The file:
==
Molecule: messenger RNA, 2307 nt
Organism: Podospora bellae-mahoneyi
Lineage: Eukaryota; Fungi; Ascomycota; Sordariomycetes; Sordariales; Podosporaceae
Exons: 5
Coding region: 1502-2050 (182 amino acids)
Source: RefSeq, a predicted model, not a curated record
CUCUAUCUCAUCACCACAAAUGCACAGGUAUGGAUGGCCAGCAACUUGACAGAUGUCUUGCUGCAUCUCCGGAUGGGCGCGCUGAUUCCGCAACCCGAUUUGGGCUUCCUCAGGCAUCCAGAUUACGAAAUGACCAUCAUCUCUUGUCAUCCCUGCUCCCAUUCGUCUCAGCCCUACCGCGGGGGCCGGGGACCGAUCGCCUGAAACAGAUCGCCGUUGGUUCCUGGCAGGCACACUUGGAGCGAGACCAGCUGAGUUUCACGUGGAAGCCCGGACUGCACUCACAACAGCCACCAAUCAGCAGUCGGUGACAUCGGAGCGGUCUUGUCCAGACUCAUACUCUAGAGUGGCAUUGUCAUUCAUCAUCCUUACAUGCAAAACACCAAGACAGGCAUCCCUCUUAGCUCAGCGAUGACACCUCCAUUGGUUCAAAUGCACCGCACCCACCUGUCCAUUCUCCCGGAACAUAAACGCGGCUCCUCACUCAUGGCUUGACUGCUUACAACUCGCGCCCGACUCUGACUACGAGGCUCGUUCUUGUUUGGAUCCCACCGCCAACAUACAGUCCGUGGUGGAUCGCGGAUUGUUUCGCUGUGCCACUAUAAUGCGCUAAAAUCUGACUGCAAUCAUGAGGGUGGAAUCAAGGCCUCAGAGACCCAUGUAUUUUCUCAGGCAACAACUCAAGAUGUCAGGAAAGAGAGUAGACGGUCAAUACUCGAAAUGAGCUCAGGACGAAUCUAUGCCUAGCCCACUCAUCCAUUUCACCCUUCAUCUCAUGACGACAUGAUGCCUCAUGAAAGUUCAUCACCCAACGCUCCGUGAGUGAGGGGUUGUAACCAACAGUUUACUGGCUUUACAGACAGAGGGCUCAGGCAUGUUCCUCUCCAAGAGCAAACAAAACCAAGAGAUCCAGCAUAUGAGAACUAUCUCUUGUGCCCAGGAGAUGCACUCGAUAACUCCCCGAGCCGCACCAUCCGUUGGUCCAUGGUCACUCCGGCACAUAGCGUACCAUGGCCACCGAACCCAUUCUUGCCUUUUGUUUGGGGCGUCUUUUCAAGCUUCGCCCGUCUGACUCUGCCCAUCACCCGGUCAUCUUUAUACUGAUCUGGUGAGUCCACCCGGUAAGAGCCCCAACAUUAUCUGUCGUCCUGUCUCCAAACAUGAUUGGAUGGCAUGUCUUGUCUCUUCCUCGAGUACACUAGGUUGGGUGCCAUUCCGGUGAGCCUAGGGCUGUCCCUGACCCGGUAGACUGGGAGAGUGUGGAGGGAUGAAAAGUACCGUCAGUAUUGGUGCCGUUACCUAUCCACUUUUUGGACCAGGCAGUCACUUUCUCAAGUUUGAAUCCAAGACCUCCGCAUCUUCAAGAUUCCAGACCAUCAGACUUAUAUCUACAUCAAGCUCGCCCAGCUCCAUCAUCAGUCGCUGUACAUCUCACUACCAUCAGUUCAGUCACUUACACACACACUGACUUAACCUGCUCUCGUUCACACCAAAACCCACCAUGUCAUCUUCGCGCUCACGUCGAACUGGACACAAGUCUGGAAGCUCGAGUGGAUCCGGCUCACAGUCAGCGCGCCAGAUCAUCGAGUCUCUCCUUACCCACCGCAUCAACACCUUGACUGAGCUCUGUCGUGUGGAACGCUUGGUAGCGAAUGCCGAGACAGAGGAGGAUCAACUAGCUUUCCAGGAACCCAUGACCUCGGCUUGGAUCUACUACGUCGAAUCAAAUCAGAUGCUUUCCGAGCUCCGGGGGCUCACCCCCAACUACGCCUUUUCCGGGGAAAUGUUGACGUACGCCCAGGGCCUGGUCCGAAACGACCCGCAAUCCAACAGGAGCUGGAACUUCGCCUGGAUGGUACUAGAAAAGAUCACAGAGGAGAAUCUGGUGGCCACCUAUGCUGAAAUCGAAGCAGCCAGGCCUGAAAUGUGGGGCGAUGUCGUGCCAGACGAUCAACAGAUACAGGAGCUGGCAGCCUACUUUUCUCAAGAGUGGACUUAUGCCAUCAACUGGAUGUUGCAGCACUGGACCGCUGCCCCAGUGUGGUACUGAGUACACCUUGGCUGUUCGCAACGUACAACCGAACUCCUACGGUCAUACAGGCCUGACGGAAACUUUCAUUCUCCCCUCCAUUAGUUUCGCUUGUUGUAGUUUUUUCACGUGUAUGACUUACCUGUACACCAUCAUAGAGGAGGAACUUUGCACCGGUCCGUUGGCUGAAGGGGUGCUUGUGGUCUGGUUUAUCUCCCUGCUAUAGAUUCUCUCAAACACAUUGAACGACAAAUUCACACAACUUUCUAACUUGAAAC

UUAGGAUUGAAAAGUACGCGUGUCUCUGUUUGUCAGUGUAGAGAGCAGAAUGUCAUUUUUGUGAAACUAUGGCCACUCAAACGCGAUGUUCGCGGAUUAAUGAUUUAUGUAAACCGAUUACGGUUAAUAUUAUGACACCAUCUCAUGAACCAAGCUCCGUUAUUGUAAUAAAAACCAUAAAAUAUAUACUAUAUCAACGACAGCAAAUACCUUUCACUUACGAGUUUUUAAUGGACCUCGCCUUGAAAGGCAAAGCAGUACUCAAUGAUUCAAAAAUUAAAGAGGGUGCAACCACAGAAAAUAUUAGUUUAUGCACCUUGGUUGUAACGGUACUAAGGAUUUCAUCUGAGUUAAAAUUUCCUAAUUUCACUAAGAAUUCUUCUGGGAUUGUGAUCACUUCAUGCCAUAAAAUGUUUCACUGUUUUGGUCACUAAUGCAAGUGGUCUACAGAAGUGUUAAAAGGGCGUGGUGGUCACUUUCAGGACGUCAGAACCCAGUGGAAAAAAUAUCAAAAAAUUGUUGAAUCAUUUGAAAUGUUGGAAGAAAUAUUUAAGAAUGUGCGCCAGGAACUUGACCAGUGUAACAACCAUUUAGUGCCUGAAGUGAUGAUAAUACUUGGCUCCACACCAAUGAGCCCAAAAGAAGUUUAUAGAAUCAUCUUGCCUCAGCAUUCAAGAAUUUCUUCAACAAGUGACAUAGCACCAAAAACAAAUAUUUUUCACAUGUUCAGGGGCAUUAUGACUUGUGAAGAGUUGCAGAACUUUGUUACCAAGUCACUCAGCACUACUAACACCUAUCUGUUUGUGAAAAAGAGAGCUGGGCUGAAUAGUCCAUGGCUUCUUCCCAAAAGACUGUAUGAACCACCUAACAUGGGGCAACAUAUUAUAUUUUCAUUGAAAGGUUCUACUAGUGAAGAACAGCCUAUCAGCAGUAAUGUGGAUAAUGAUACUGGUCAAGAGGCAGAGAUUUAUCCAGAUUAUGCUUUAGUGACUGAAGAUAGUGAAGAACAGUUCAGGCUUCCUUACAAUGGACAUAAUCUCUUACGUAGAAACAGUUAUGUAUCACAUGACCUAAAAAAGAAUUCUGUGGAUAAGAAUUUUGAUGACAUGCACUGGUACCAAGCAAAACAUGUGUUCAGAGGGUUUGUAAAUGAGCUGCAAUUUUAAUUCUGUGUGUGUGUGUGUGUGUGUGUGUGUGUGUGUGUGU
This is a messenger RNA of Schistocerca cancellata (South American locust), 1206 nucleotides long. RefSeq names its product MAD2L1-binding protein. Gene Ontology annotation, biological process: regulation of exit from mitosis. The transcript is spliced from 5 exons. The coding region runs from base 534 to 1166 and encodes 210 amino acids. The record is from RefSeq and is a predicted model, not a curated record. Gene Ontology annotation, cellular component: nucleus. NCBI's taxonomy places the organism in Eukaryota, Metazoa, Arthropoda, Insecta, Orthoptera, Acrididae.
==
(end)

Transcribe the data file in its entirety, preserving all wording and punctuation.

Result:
Molecule: messenger RNA, 2307 nt
Organism: Podospora bellae-mahoneyi
Lineage: Eukaryota; Fungi; Ascomycota; Sordariomycetes; Sordariales; Podosporaceae
Exons: 5
Coding region: 1502-2050 (182 amino acids)
Source: RefSeq, a predicted model, not a curated record
CUCUAUCUCAUCACCACAAAUGCACAGGUAUGGAUGGCCAGCAACUUGACAGAUGUCUUGCUGCAUCUCCGGAUGGGCGCGCUGAUUCCGCAACCCGAUUUGGGCUUCCUCAGGCAUCCAGAUUACGAAAUGACCAUCAUCUCUUGUCAUCCCUGCUCCCAUUCGUCUCAGCCCUACCGCGGGGGCCGGGGACCGAUCGCCUGAAACAGAUCGCCGUUGGUUCCUGGCAGGCACACUUGGAGCGAGACCAGCUGAGUUUCACGUGGAAGCCCGGACUGCACUCACAACAGCCACCAAUCAGCAGUCGGUGACAUCGGAGCGGUCUUGUCCAGACUCAUACUCUAGAGUGGCAUUGUCAUUCAUCAUCCUUACAUGCAAAACACCAAGACAGGCAUCCCUCUUAGCUCAGCGAUGACACCUCCAUUGGUUCAAAUGCACCGCACCCACCUGUCCAUUCUCCCGGAACAUAAACGCGGCUCCUCACUCAUGGCUUGACUGCUUACAACUCGCGCCCGACUCUGACUACGAGGCUCGUUCUUGUUUGGAUCCCACCGCCAACAUACAGUCCGUGGUGGAUCGCGGAUUGUUUCGCUGUGCCACUAUAAUGCGCUAAAAUCUGACUGCAAUCAUGAGGGUGGAAUCAAGGCCUCAGAGACCCAUGUAUUUUCUCAGGCAACAACUCAAGAUGUCAGGAAAGAGAGUAGACGGUCAAUACUCGAAAUGAGCUCAGGACGAAUCUAUGCCUAGCCCACUCAUCCAUUUCACCCUUCAUCUCAUGACGACAUGAUGCCUCAUGAAAGUUCAUCACCCAACGCUCCGUGAGUGAGGGGUUGUAACCAACAGUUUACUGGCUUUACAGACAGAGGGCUCAGGCAUGUUCCUCUCCAAGAGCAAACAAAACCAAGAGAUCCAGCAUAUGAGAACUAUCUCUUGUGCCCAGGAGAUGCACUCGAUAACUCCCCGAGCCGCACCAUCCGUUGGUCCAUGGUCACUCCGGCACAUAGCGUACCAUGGCCACCGAACCCAUUCUUGCCUUUUGUUUGGGGCGUCUUUUCAAGCUUCGCCCGUCUGACUCUGCCCAUCACCCGGUCAUCUUUAUACUGAUCUGGUGAGUCCACCCGGUAAGAGCCCCAACAUUAUCUGUCGUCCUGUCUCCAAACAUGAUUGGAUGGCAUGUCUUGUCUCUUCCUCGAGUACACUAGGUUGGGUGCCAUUCCGGUGAGCCUAGGGCUGUCCCUGACCCGGUAGACUGGGAGAGUGUGGAGGGAUGAAAAGUACCGUCAGUAUUGGUGCCGUUACCUAUCCACUUUUUGGACCAGGCAGUCACUUUCUCAAGUUUGAAUCCAAGACCUCCGCAUCUUCAAGAUUCCAGACCAUCAGACUUAUAUCUACAUCAAGCUCGCCCAGCUCCAUCAUCAGUCGCUGUACAUCUCACUACCAUCAGUUCAGUCACUUACACACACACUGACUUAACCUGCUCUCGUUCACACCAAAACCCACCAUGUCAUCUUCGCGCUCACGUCGAACUGGACACAAGUCUGGAAGCUCGAGUGGAUCCGGCUCACAGUCAGCGCGCCAGAUCAUCGAGUCUCUCCUUACCCACCGCAUCAACACCUUGACUGAGCUCUGUCGUGUGGAACGCUUGGUAGCGAAUGCCGAGACAGAGGAGGAUCAACUAGCUUUCCAGGAACCCAUGACCUCGGCUUGGAUCUACUACGUCGAAUCAAAUCAGAUGCUUUCCGAGCUCCGGGGGCUCACCCCCAACUACGCCUUUUCCGGGGAAAUGUUGACGUACGCCCAGGGCCUGGUCCGAAACGACCCGCAAUCCAACAGGAGCUGGAACUUCGCCUGGAUGGUACUAGAAAAGAUCACAGAGGAGAAUCUGGUGGCCACCUAUGCUGAAAUCGAAGCAGCCAGGCCUGAAAUGUGGGGCGAUGUCGUGCCAGACGAUCAACAGAUACAGGAGCUGGCAGCCUACUUUUCUCAAGAGUGGACUUAUGCCAUCAACUGGAUGUUGCAGCACUGGACCGCUGCCCCAGUGUGGUACUGAGUACACCUUGGCUGUUCGCAACGUACAACCGAACUCCUACGGUCAUACAGGCCUGACGGAAACUUUCAUUCUCCCCUCCAUUAGUUUCGCUUGUUGUAGUUUUUUCACGUGUAUGACUUACCUGUACACCAUCAUAGAGGAGGAACUUUGCACCGGUCCGUUGGCUGAAGGGGUGCUUGUGGUCUGGUUUAUCUCCCUGCUAUAGAUUCUCUCAAACACAUUGAACGACAAAUUCACACAACUUUCUAACUUGAAAC

UUAGGAUUGAAAAGUACGCGUGUCUCUGUUUGUCAGUGUAGAGAGCAGAAUGUCAUUUUUGUGAAACUAUGGCCACUCAAACGCGAUGUUCGCGGAUUAAUGAUUUAUGUAAACCGAUUACGGUUAAUAUUAUGACACCAUCUCAUGAACCAAGCUCCGUUAUUGUAAUAAAAACCAUAAAAUAUAUACUAUAUCAACGACAGCAAAUACCUUUCACUUACGAGUUUUUAAUGGACCUCGCCUUGAAAGGCAAAGCAGUACUCAAUGAUUCAAAAAUUAAAGAGGGUGCAACCACAGAAAAUAUUAGUUUAUGCACCUUGGUUGUAACGGUACUAAGGAUUUCAUCUGAGUUAAAAUUUCCUAAUUUCACUAAGAAUUCUUCUGGGAUUGUGAUCACUUCAUGCCAUAAAAUGUUUCACUGUUUUGGUCACUAAUGCAAGUGGUCUACAGAAGUGUUAAAAGGGCGUGGUGGUCACUUUCAGGACGUCAGAACCCAGUGGAAAAAAUAUCAAAAAAUUGUUGAAUCAUUUGAAAUGUUGGAAGAAAUAUUUAAGAAUGUGCGCCAGGAACUUGACCAGUGUAACAACCAUUUAGUGCCUGAAGUGAUGAUAAUACUUGGCUCCACACCAAUGAGCCCAAAAGAAGUUUAUAGAAUCAUCUUGCCUCAGCAUUCAAGAAUUUCUUCAACAAGUGACAUAGCACCAAAAACAAAUAUUUUUCACAUGUUCAGGGGCAUUAUGACUUGUGAAGAGUUGCAGAACUUUGUUACCAAGUCACUCAGCACUACUAACACCUAUCUGUUUGUGAAAAAGAGAGCUGGGCUGAAUAGUCCAUGGCUUCUUCCCAAAAGACUGUAUGAACCACCUAACAUGGGGCAACAUAUUAUAUUUUCAUUGAAAGGUUCUACUAGUGAAGAACAGCCUAUCAGCAGUAAUGUGGAUAAUGAUACUGGUCAAGAGGCAGAGAUUUAUCCAGAUUAUGCUUUAGUGACUGAAGAUAGUGAAGAACAGUUCAGGCUUCCUUACAAUGGACAUAAUCUCUUACGUAGAAACAGUUAUGUAUCACAUGACCUAAAAAAGAAUUCUGUGGAUAAGAAUUUUGAUGACAUGCACUGGUACCAAGCAAAACAUGUGUUCAGAGGGUUUGUAAAUGAGCUGCAAUUUUAAUUCUGUGUGUGUGUGUGUGUGUGUGUGUGUGUGUGUGUGU
This is a messenger RNA of Schistocerca cancellata (South American locust), 1206 nucleotides long. RefSeq names its product MAD2L1-binding protein. Gene Ontology annotation, biological process: regulation of exit from mitosis. The transcript is spliced from 5 exons. The coding region runs from base 534 to 1166 and encodes 210 amino acids. The record is from RefSeq and is a predicted model, not a curated record. Gene Ontology annotation, cellular component: nucleus. NCBI's taxonomy places the organism in Eukaryota, Metazoa, Arthropoda, Insecta, Orthoptera, Acrididae.